Behavioral disorders are often classified in two categories: oppositional defiant disorder and conduct disorder. Oppositional defiant disorder may reflect a pattern of persistently negative behavior with a hostile edge, and conduct disorder is often marked by verbal and physical aggression toward people and animals.

For additional information, please visit:

If your child seems to exhibit far more than just sadness, you may be concerned about depression. Some children and adolescents experience symptoms that are beyond the range of normal sadness.

Depression can be diagnosed when feelings of sadness or irritability persist and interfere with a child or adolescent's ability to function. When normal sadness turns into despair and persists for weeks and even months, then it becomes a worrisome emotional disorder called depression. Depression is a syndrome in which an individual feels discouraged, hopeless, miserable, and despondent; and it can occur at any age.

For more information, please visit:

Parents should be aware of normal childhood responses to a death in the family or friend, as well as signs when a child is having difficulty coping with grief. It is normal during the weeks following the death for some children to feel immediate grief or persist in the belief that the family member is still alive. However, long-term denial of the death or avoidance of grief can be emotionally unhealthy and can later lead to more serious problems. Children who are having serious problems with grief and loss may show one or more of these signs:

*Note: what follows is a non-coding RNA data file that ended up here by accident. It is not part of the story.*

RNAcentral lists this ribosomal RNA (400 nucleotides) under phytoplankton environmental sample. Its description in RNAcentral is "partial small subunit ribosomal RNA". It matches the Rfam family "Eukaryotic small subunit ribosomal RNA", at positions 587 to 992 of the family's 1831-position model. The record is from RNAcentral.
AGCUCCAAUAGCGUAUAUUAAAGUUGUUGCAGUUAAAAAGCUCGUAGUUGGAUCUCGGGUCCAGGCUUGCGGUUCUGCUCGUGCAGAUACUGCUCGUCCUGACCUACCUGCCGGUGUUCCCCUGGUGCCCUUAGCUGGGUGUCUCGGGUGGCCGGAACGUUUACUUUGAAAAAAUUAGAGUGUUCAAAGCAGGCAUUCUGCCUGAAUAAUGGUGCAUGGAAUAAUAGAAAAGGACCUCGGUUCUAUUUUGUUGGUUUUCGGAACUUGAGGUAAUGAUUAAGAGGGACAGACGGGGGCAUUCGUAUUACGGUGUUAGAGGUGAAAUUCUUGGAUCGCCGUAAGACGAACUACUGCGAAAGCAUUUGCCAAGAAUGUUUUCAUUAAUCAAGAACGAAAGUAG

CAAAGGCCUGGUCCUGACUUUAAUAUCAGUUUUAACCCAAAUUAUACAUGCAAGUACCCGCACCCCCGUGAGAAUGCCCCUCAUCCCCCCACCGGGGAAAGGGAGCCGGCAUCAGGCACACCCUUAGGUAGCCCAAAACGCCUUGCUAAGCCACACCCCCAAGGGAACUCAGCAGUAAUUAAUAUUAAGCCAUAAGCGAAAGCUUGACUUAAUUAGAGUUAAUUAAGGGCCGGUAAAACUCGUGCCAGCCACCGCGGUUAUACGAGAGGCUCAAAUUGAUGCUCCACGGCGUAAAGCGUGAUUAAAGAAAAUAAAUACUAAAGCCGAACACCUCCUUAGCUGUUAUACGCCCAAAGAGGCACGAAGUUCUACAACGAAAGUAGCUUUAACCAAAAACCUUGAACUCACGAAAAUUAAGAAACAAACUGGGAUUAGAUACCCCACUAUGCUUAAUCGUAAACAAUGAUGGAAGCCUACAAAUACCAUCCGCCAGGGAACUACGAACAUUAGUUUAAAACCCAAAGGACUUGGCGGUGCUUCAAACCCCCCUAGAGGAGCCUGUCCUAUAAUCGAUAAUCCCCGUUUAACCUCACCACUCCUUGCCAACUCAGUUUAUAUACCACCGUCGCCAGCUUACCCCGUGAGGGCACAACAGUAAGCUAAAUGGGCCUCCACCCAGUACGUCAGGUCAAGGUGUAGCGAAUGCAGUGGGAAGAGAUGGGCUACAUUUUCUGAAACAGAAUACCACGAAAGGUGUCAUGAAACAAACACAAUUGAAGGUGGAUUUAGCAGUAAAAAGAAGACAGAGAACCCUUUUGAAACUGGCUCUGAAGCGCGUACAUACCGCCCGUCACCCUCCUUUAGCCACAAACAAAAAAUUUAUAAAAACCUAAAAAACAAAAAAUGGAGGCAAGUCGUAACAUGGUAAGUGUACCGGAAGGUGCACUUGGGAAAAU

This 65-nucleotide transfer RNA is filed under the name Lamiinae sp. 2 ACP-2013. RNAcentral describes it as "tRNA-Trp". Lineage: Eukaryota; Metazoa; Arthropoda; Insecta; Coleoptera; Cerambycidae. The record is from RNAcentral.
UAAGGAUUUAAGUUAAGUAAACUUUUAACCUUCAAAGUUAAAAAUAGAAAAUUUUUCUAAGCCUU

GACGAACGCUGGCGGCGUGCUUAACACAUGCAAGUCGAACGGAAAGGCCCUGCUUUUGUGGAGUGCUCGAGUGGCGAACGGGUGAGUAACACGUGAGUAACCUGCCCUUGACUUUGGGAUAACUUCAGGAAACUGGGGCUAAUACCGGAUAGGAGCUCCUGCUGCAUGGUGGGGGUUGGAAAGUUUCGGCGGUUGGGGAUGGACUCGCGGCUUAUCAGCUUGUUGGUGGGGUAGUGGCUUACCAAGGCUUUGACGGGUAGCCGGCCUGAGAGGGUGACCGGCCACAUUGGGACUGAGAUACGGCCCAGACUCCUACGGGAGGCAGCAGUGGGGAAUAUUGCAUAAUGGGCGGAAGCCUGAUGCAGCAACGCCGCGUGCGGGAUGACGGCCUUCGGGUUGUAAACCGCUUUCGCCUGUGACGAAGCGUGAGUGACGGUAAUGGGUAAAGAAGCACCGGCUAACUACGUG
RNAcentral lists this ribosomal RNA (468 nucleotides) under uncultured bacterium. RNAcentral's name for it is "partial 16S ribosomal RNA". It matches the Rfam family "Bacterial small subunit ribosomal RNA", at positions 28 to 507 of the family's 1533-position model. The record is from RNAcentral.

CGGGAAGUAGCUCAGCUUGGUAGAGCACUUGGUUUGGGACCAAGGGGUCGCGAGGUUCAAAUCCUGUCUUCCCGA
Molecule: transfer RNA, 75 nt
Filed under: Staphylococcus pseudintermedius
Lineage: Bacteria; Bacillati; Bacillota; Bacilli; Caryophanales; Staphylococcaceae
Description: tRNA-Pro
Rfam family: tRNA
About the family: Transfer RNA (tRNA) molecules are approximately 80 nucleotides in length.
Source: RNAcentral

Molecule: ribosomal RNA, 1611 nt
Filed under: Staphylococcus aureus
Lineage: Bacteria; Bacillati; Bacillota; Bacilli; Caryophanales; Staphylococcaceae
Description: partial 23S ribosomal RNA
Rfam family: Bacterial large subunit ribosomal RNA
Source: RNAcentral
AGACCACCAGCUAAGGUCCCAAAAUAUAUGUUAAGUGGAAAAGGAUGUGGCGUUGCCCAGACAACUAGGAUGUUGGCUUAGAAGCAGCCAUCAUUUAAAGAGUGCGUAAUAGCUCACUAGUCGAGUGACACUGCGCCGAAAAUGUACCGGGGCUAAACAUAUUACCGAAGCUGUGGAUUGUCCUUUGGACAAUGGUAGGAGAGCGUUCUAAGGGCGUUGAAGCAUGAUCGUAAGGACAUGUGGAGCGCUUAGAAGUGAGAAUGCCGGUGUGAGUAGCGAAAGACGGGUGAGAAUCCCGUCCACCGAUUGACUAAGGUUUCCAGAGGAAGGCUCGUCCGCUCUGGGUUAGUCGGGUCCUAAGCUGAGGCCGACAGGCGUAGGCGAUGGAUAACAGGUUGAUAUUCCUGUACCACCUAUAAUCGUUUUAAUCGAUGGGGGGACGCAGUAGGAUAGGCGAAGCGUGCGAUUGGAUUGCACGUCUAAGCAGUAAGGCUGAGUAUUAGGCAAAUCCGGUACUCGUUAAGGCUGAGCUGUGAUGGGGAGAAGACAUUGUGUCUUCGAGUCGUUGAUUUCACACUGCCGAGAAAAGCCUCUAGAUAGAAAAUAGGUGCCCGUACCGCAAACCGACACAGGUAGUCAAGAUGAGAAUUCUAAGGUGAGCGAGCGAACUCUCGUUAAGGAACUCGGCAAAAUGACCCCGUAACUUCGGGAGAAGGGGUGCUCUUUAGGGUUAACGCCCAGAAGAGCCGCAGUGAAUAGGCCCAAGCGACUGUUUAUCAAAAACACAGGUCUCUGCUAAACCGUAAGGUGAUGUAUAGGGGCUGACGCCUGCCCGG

• an extended period of depression in which the child loses interest in daily activities and events
  • inability to sleep, loss of appetite, prolonged fear of being alone
  • acting much younger for an extended period
  • excessively imitating the dead person
  • repeated statements of wanting to join the dead person
  • withdrawal from friends
  • sharp drop in school performance or refusal to attend school

For more information, please visit:

Most students experience more stress when they perceive a situation as dangerous, difficult, or painful and they do not feel they have the resources to cope.~ Some sources of stress for students might include:

  • school demand and frustrations
  • negative thoughts and feelings about themselves
  • changes in their bodies